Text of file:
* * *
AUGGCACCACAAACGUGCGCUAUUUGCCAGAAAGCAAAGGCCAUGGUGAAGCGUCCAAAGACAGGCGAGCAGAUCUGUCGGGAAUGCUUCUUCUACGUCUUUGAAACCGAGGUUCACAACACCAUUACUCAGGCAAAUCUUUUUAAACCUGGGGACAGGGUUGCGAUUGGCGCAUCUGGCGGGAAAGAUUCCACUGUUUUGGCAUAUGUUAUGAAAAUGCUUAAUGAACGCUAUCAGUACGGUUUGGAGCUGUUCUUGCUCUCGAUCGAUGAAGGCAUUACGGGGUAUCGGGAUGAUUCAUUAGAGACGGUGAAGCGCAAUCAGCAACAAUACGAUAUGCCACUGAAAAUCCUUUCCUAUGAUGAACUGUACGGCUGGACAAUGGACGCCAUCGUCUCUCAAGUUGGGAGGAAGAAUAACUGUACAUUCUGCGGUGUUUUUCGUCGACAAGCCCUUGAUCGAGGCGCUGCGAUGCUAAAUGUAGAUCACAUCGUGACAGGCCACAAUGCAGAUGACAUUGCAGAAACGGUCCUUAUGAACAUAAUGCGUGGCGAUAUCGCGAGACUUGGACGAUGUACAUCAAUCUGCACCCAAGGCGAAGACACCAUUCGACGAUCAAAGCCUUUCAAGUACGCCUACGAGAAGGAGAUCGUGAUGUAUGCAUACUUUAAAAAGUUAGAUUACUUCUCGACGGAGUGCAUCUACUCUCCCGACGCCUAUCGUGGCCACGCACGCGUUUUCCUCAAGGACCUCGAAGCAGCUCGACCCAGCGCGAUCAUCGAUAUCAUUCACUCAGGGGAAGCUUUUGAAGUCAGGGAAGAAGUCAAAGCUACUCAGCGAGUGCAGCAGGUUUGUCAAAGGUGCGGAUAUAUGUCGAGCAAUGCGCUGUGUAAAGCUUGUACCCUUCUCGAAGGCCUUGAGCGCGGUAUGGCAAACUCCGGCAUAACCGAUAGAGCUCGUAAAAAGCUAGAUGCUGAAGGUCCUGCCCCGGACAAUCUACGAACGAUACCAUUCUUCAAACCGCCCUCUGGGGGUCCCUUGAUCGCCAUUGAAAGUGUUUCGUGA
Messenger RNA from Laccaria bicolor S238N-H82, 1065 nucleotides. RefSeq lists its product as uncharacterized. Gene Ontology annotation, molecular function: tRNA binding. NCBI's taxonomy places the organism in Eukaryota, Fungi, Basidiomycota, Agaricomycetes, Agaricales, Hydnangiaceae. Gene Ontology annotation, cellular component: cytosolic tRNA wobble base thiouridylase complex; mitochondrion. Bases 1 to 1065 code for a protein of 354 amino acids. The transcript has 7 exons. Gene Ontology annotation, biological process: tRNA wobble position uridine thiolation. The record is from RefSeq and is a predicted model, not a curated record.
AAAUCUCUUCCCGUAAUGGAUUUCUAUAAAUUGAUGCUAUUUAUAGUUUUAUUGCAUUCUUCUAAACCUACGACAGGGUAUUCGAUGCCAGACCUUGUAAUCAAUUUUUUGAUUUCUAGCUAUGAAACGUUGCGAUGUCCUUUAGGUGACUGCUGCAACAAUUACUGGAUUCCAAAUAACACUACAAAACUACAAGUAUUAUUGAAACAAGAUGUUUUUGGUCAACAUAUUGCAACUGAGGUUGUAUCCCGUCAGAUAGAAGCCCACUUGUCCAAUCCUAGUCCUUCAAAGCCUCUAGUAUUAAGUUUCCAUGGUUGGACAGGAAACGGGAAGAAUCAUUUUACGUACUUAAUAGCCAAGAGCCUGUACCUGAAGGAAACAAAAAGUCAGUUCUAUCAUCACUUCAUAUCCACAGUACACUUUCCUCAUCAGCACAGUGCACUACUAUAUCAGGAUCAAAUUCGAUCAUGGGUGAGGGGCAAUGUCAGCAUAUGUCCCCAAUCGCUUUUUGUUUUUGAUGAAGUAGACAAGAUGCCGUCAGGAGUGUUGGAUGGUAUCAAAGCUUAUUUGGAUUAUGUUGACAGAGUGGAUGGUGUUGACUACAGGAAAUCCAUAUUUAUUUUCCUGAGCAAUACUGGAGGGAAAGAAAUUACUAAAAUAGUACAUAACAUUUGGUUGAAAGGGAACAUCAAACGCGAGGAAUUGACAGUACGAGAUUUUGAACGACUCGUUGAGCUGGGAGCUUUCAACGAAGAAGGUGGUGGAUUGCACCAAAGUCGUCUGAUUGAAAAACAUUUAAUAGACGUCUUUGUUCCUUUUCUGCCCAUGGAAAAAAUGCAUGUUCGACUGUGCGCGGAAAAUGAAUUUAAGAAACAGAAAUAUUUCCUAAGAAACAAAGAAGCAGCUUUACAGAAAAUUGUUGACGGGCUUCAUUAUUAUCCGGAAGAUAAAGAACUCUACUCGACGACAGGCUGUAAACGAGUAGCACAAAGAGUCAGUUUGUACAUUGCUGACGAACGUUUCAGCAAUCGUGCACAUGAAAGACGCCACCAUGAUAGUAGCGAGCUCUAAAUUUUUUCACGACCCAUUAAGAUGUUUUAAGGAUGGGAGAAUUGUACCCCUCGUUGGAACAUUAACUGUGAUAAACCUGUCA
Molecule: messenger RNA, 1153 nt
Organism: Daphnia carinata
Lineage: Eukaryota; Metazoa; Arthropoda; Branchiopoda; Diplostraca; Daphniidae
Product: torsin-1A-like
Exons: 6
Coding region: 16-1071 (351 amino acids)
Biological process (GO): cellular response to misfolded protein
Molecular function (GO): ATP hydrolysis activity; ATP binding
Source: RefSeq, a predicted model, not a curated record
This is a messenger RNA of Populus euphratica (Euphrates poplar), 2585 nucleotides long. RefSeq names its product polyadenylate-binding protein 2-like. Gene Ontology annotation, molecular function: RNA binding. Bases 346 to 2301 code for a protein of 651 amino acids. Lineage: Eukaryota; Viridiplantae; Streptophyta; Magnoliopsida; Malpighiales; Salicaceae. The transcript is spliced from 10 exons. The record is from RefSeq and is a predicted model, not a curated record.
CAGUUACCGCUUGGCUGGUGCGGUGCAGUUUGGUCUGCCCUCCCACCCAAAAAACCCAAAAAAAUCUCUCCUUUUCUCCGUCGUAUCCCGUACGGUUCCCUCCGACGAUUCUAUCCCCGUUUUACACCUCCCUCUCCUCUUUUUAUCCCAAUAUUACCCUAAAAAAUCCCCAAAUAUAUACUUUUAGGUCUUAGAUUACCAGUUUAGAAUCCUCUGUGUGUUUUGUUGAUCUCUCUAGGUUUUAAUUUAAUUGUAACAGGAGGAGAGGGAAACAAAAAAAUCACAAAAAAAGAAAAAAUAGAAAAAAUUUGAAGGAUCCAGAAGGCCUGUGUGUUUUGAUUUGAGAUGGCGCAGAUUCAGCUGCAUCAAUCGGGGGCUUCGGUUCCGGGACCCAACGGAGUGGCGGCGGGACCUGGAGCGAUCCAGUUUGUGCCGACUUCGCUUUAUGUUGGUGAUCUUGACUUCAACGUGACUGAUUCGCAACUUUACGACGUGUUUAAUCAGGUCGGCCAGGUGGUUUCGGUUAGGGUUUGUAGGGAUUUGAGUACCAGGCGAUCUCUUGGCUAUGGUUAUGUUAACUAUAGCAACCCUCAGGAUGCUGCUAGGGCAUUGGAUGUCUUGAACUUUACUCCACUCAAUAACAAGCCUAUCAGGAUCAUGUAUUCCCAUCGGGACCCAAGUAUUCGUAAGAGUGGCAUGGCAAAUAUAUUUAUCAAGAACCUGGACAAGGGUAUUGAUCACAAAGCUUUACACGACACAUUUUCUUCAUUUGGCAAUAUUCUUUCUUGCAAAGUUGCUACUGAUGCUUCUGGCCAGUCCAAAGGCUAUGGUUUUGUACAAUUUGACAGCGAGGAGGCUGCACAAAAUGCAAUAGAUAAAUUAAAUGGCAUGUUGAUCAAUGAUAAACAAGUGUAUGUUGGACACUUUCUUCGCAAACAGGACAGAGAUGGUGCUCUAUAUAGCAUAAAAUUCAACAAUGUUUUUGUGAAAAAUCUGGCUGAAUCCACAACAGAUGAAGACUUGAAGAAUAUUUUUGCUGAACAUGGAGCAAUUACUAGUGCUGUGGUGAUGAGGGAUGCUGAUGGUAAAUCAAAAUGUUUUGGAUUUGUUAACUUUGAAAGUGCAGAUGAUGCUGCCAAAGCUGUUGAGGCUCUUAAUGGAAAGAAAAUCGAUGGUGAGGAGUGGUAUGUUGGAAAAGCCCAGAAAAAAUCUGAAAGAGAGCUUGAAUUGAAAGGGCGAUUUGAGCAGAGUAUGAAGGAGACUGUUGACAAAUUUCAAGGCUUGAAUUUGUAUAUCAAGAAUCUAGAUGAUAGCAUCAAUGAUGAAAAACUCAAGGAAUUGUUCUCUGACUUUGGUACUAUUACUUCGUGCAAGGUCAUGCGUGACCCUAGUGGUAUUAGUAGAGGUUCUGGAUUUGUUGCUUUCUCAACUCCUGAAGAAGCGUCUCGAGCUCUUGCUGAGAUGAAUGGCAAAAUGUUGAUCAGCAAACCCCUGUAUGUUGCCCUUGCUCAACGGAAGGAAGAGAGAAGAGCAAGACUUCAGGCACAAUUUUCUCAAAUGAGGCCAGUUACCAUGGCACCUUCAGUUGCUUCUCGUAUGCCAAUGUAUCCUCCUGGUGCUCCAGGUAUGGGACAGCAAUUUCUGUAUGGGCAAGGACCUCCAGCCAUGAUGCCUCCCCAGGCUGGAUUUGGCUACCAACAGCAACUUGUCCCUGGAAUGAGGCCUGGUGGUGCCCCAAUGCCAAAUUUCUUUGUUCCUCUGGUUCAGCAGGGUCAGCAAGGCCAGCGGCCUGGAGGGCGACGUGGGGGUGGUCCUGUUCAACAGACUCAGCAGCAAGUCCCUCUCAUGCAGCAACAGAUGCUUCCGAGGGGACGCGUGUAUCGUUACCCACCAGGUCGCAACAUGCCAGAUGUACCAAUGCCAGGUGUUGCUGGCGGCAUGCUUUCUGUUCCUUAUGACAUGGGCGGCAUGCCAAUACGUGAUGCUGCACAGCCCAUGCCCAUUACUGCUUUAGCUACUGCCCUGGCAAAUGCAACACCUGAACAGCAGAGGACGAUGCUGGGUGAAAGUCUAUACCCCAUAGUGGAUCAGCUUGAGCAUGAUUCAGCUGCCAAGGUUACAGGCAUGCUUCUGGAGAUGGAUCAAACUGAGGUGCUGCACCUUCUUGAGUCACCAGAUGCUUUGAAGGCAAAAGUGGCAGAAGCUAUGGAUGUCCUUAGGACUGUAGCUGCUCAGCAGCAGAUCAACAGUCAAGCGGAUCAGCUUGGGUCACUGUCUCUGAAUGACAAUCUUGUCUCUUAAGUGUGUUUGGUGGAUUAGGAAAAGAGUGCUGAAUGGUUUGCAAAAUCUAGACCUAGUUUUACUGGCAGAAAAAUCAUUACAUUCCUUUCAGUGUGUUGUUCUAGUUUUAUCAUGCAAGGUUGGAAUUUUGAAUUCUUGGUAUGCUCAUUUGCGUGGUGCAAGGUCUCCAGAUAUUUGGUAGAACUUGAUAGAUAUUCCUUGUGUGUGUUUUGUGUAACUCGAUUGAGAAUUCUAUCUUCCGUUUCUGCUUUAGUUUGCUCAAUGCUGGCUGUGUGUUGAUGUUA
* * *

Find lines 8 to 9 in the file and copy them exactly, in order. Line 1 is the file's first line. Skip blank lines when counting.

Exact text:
Exons: 6
Coding region: 16-1071 (351 amino acids)